Sylvia’s Dad – NOW let me do an eyeroll! He annoyed me from start to finish. That’s all I’m going to say, not only to avoid spoilers, but to stop me from devolving into a massive and unflattering rant…

One thing that really annoyed me is that every time Sylvia did her thing, sliding into someone’s head, it always seemed to be at the exact right moment for her to grab a clue to the mystery she was trying to work out. It is a kind of surveillance right? What happened to those times where the subject was doing nothing of consequence? It felt too convenient for me. Detective work is a lot of long hours researching and waiting for something to turn up. Sylvia had all of the clues handed to her. *face palm*

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I was waiting to find out about the mythology of Sylvia’s ability, or even her theories as to how she came to have this ability, but there was nada. I do like how she finally started to embrace it and begin to get a modicum of control. That was pretty cool.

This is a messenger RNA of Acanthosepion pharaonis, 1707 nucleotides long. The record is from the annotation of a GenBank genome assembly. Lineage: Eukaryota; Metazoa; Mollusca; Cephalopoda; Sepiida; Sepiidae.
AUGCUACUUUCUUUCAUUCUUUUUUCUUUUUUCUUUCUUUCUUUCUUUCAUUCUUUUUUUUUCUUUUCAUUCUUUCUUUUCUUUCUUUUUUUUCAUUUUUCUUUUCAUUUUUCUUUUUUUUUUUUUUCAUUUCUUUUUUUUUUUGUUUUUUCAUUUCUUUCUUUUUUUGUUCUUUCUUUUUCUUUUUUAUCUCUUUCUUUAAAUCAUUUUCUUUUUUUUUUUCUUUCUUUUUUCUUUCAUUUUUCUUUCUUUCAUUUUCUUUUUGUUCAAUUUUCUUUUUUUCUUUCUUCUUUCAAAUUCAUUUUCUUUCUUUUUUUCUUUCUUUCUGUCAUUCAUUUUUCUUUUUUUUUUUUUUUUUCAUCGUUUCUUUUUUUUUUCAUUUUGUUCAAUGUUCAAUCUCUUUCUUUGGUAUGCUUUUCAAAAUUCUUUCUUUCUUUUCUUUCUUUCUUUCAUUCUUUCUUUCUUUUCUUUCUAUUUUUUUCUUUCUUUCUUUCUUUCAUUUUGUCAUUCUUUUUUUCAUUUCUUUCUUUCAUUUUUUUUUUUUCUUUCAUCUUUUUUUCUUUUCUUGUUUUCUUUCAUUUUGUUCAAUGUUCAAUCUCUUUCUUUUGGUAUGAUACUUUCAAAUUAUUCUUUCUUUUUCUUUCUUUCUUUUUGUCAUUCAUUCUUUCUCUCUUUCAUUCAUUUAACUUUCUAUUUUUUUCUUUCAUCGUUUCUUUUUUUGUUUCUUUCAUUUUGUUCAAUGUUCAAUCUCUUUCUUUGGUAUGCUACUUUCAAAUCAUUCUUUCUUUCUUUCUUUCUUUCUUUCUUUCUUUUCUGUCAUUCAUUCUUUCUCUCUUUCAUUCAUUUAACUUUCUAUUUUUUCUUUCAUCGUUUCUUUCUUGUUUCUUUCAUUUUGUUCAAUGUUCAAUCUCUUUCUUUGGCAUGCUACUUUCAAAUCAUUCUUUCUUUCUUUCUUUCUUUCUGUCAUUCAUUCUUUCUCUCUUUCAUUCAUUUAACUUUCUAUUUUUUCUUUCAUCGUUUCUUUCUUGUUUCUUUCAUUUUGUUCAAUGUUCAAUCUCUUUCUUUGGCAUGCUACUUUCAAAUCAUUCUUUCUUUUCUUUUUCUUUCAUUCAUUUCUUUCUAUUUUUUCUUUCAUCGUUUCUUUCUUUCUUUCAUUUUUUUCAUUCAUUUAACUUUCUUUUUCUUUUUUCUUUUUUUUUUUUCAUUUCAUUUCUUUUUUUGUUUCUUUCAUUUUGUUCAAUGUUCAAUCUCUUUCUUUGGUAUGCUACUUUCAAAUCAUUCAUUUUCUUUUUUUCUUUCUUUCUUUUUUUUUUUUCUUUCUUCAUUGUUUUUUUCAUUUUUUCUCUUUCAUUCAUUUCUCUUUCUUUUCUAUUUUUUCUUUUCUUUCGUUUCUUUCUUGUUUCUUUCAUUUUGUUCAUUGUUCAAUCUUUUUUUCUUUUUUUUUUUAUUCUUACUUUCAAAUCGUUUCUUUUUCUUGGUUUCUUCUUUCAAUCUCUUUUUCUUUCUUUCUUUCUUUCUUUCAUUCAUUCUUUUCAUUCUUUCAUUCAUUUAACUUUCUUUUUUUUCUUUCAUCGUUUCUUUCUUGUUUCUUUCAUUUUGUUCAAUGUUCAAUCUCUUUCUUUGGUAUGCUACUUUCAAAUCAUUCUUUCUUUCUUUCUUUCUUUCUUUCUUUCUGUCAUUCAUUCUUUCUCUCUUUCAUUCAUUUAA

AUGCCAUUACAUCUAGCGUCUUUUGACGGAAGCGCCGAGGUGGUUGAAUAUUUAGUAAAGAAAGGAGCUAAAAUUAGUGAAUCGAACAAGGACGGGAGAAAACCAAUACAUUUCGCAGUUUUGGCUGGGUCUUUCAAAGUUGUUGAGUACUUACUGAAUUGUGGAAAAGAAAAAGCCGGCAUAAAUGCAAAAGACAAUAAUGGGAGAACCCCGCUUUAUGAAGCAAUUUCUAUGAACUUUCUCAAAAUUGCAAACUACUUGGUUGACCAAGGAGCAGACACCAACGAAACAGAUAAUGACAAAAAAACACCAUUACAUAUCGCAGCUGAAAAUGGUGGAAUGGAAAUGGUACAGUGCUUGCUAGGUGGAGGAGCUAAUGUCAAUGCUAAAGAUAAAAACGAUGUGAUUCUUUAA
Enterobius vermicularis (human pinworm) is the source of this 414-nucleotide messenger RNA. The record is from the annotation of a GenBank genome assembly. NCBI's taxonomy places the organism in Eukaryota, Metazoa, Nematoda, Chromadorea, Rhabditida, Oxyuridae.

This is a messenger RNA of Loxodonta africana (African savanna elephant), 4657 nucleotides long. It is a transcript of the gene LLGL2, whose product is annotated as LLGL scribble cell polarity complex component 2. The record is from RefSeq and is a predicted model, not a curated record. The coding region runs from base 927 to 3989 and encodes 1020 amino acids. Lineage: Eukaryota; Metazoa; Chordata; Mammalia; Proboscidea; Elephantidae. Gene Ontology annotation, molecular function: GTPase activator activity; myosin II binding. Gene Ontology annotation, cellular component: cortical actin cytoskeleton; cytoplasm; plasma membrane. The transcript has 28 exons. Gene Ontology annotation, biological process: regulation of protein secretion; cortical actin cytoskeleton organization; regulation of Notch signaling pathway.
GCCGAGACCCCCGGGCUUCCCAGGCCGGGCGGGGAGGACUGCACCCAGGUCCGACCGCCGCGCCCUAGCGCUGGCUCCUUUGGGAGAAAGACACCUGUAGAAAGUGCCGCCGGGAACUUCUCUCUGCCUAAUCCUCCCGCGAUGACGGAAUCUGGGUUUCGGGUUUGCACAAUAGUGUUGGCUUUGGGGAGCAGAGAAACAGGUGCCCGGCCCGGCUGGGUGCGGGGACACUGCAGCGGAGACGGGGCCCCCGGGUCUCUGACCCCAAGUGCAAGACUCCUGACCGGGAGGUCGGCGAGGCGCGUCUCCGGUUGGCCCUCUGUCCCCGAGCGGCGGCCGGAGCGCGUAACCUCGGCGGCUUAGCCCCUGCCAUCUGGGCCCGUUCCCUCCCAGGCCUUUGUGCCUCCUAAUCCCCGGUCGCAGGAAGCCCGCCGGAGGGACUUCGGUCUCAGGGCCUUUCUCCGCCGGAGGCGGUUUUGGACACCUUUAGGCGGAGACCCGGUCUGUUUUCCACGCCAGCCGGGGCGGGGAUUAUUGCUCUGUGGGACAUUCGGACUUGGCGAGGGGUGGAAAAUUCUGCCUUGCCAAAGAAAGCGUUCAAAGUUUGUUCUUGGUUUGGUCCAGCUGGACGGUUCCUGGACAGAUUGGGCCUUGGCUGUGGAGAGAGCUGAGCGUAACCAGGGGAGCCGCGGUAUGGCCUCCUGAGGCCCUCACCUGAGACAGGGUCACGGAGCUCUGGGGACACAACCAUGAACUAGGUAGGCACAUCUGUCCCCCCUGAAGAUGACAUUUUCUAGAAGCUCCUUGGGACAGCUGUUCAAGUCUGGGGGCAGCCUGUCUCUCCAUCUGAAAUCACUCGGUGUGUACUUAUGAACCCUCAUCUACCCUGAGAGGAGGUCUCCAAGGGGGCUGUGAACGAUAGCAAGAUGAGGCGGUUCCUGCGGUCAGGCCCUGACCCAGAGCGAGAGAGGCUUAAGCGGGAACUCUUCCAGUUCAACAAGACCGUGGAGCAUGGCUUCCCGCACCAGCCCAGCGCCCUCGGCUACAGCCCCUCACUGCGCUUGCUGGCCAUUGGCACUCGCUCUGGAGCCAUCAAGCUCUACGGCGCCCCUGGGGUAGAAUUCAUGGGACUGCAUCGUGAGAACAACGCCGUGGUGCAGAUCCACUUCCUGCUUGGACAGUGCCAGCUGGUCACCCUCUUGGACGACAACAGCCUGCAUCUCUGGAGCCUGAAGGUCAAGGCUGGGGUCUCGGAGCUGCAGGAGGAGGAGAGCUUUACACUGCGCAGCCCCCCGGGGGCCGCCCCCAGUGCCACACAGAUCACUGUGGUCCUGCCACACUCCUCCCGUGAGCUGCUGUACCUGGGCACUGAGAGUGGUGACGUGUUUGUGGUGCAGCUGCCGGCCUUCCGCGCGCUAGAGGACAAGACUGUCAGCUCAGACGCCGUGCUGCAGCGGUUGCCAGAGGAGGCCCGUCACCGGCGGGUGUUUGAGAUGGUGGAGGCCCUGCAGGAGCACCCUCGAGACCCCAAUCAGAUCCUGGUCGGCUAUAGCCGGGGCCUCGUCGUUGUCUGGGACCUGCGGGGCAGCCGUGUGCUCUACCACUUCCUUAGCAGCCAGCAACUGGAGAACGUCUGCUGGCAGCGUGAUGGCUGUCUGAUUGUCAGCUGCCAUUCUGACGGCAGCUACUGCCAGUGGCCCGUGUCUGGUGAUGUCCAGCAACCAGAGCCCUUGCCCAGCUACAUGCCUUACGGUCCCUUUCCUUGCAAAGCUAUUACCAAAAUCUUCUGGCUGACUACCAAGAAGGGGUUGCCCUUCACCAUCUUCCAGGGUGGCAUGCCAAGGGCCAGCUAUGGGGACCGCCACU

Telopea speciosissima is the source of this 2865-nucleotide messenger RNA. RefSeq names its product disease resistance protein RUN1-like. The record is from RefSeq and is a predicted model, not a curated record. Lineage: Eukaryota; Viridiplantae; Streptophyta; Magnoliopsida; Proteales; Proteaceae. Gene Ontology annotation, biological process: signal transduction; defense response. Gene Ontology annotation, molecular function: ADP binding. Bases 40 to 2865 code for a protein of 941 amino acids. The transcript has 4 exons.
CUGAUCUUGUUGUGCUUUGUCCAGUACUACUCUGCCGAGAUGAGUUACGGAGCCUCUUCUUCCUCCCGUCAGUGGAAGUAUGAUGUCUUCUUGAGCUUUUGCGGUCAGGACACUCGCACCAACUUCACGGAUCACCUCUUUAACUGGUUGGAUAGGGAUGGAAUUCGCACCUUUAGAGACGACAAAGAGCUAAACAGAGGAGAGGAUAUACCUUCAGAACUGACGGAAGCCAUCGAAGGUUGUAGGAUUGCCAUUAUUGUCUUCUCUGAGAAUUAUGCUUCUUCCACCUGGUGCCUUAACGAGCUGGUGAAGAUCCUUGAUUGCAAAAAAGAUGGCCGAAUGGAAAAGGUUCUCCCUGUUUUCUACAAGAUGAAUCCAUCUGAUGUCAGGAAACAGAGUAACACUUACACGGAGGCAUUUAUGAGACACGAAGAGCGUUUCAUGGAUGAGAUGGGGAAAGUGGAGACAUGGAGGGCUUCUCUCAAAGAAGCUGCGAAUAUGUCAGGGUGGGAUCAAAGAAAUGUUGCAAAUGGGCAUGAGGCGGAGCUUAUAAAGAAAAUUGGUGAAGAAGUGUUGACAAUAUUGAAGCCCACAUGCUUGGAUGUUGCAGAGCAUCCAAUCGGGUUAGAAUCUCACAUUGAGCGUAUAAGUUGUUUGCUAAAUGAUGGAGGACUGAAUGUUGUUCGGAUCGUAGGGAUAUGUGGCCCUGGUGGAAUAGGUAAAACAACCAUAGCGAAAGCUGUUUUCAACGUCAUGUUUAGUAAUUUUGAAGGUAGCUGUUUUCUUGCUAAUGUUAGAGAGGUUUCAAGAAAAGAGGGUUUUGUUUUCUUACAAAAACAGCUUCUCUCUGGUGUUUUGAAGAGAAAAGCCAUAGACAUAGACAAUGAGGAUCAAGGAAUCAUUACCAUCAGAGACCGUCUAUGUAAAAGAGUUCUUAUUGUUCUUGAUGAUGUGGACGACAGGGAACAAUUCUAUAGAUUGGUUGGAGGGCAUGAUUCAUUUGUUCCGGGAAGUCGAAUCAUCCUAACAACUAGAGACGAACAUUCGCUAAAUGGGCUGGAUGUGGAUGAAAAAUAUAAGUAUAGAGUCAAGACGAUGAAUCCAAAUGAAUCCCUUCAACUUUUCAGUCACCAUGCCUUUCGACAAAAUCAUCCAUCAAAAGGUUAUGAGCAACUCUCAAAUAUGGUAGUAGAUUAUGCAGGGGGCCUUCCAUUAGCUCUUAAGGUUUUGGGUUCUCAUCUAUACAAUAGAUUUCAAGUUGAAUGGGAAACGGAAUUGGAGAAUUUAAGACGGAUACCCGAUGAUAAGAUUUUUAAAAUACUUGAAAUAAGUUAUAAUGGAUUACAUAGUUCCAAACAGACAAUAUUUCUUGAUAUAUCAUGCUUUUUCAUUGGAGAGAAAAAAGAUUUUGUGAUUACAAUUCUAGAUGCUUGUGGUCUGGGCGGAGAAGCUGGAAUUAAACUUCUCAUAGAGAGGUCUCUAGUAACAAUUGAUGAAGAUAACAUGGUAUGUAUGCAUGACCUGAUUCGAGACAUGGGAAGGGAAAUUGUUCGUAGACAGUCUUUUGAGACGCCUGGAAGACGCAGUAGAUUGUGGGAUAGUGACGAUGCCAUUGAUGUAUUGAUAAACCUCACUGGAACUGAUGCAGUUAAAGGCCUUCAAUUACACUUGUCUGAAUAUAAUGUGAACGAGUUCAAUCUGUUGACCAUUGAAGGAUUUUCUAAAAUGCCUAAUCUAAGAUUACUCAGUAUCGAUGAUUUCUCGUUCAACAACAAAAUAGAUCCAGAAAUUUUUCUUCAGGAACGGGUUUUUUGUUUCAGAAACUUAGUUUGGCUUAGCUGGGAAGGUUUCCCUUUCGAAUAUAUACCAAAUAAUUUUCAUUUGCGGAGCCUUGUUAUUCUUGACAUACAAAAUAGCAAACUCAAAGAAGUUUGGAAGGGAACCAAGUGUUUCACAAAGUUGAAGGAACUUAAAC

For me to give it a higher rating it would need a few tweaks, a dash of tension and angst and about a hundred pages longer to explore the themes and mythology. Maybe it gets touched on in the second novel ‘Impostor,’ but guessing from the title, it may just be another light mystery.

I’m on the fence about whether I’d recommend this, with so many other engaging books out there, it’s not a big miss. But I’ll reserve judgement until I read the second instalment to see if it can sway my opinion either way.

Overall feeling: Of two minds

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© Casey Carlisle 2017. Unauthorized use and/or duplication of this material without express and written permission from this blog’s author and/or owner is strictly prohibited. Excerpts and links may be used, provided that full and clear credit is given to Casey Carlisle with appropriate and specific direction to the original content.